In brighter injury news, Kentucky sophomore forward Keion Brooks Jr. announced Thursday that he has been cleared by team doctors to return to the court. Brooks, the lone returning player from last year’s roster had missed the first nine games of the season with a lingering calf injury. His status for Saturday’s game is still unclear, but this is certainly welcome news for a team starved of veteran leadership. At minimum, Brooks provides much-needed frontcourt depth behind Sarr and freshman forward Isaiah Jackson.
Even without Keyontae Johnson, Florida looks to be a tough matchup for Kentucky, especially on the road. Mike White’s Gators enter Saturday’s contest hoping to avoid a two-game skid, after falling to the 8-3 Alabama Crimson Tide on Tuesday. Nevertheless, Kentucky does have a path to victory, but they’ll have to focus in on a few keys to success.
#1 Take care of the ball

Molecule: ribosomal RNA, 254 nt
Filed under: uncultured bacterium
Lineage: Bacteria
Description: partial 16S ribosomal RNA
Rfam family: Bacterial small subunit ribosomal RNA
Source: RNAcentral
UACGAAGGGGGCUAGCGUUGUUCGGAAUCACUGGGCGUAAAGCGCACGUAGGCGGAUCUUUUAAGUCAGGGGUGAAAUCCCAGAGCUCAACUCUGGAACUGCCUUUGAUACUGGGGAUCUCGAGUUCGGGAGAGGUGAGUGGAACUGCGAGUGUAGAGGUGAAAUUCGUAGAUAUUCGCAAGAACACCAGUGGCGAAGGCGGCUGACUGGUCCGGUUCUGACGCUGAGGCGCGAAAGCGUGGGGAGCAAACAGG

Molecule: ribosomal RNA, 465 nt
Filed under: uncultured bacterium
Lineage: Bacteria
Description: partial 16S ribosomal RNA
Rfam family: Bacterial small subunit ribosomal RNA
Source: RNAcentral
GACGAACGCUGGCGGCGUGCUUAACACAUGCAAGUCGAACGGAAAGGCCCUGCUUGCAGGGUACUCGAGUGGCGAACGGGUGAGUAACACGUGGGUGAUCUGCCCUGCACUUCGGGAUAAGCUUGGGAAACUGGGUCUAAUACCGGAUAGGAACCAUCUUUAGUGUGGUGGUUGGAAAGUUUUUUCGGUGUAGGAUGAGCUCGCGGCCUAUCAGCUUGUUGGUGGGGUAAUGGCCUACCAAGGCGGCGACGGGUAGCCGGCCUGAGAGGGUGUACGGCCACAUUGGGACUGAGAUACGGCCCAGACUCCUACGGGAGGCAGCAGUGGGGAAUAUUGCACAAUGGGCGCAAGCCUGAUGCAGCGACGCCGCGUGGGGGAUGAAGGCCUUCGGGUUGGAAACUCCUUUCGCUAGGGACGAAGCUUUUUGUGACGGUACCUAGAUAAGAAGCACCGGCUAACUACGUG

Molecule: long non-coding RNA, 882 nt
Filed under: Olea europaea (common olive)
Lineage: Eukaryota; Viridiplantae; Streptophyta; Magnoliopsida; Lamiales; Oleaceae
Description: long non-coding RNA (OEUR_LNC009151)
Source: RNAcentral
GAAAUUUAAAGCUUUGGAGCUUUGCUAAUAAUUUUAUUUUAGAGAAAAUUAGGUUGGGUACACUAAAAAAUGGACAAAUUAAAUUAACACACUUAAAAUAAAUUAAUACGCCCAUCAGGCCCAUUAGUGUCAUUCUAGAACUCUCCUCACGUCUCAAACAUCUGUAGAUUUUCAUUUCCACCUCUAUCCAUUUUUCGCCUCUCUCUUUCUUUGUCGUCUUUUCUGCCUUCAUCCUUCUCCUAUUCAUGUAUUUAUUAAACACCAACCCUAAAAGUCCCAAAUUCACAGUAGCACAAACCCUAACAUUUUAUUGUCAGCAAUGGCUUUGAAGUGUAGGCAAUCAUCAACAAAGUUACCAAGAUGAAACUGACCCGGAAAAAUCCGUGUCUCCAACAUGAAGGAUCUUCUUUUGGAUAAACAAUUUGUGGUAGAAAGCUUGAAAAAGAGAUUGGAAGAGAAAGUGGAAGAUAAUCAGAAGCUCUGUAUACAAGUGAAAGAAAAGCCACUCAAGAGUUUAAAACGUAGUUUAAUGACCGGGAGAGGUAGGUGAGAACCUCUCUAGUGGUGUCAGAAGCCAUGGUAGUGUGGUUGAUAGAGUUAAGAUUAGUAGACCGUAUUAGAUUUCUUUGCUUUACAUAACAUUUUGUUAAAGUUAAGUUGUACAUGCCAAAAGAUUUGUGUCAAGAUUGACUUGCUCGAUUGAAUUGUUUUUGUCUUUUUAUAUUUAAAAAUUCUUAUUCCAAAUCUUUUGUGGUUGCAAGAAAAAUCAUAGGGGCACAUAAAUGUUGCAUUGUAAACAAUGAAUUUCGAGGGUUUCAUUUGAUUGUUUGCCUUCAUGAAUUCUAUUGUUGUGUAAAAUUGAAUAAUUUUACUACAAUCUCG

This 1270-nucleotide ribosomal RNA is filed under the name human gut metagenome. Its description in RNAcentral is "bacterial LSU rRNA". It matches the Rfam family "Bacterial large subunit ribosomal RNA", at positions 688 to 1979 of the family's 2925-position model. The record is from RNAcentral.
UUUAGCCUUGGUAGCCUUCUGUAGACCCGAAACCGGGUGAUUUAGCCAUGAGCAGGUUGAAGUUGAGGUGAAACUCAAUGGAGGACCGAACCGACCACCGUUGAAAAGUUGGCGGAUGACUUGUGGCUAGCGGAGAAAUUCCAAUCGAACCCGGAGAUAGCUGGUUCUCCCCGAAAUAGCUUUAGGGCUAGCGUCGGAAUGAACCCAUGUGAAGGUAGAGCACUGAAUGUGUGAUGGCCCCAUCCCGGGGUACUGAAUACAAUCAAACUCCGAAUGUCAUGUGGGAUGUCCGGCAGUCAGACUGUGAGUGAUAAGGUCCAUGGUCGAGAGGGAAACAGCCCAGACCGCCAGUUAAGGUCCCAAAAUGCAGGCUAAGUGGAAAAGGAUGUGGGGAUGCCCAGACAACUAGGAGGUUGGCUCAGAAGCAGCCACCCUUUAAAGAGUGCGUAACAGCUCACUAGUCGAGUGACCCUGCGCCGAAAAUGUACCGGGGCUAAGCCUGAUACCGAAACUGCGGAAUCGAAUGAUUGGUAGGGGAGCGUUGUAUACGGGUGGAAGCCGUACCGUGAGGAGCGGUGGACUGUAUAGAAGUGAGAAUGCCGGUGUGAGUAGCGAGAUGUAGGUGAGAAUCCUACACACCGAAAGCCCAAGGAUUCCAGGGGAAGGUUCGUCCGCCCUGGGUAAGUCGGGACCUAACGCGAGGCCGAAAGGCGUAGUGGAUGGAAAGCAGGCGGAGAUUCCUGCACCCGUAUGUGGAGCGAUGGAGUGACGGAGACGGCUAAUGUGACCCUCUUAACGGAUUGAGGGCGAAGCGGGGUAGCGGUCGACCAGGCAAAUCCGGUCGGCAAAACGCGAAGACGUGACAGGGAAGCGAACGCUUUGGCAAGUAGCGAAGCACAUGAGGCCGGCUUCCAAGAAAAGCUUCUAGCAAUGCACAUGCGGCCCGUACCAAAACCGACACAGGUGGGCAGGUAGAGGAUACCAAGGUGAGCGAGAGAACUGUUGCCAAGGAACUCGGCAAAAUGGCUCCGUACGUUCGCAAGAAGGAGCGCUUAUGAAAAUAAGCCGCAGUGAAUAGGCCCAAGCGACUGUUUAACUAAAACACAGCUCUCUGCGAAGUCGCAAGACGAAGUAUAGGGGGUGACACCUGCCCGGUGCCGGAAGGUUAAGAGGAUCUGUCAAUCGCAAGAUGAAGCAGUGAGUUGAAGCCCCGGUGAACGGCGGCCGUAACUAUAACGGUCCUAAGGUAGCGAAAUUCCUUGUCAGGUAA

It sounds simple on paper, but Kentucky’s immaturity has shown often in their lack of ball security. 14.6 turnovers per game may not be unheard of for such a young team, but it’s especially crippling for an offense often plagued by poor shot selection and a resultingly bad shooting percentage. Kentucky is shooting just under 30% from behind the three-point line, 41.5% from the field and 67.6% from the “charity stripe”, all numbers that rank outside the top 200 in Division I.
With that level of shooting inefficiency, Kentucky has to either take great care of the ball to make every possession count, rebound at a crazy high rate or rely on having a hot shooting night, à la Dontaie Allen. In theory, the easiest of those three outcomes is taking care of the ball and trying to limit the careless mistakes.
#2 Capitalize on size advantage
With a talented combo of sophomore guards in Scottie Lewis and Tre Mann, Kentucky faces an uphill battle to beat the Gators in the backcourt. Grad transfer guard Davion Mintz and freshman guard Devin Askew have each improved their play in recent games, but Florida still appears to hold an advantage on the perimeter. Where Kentucky can excel in this game is using their size and length on the wings and in the post. Including Brooks and Clarke, Kentucky’s regular rotation (averaging more than 10 minutes per game) features seven players standing at least 6’7, most of who also have long wingspans. By comparison, Florida only features three such players.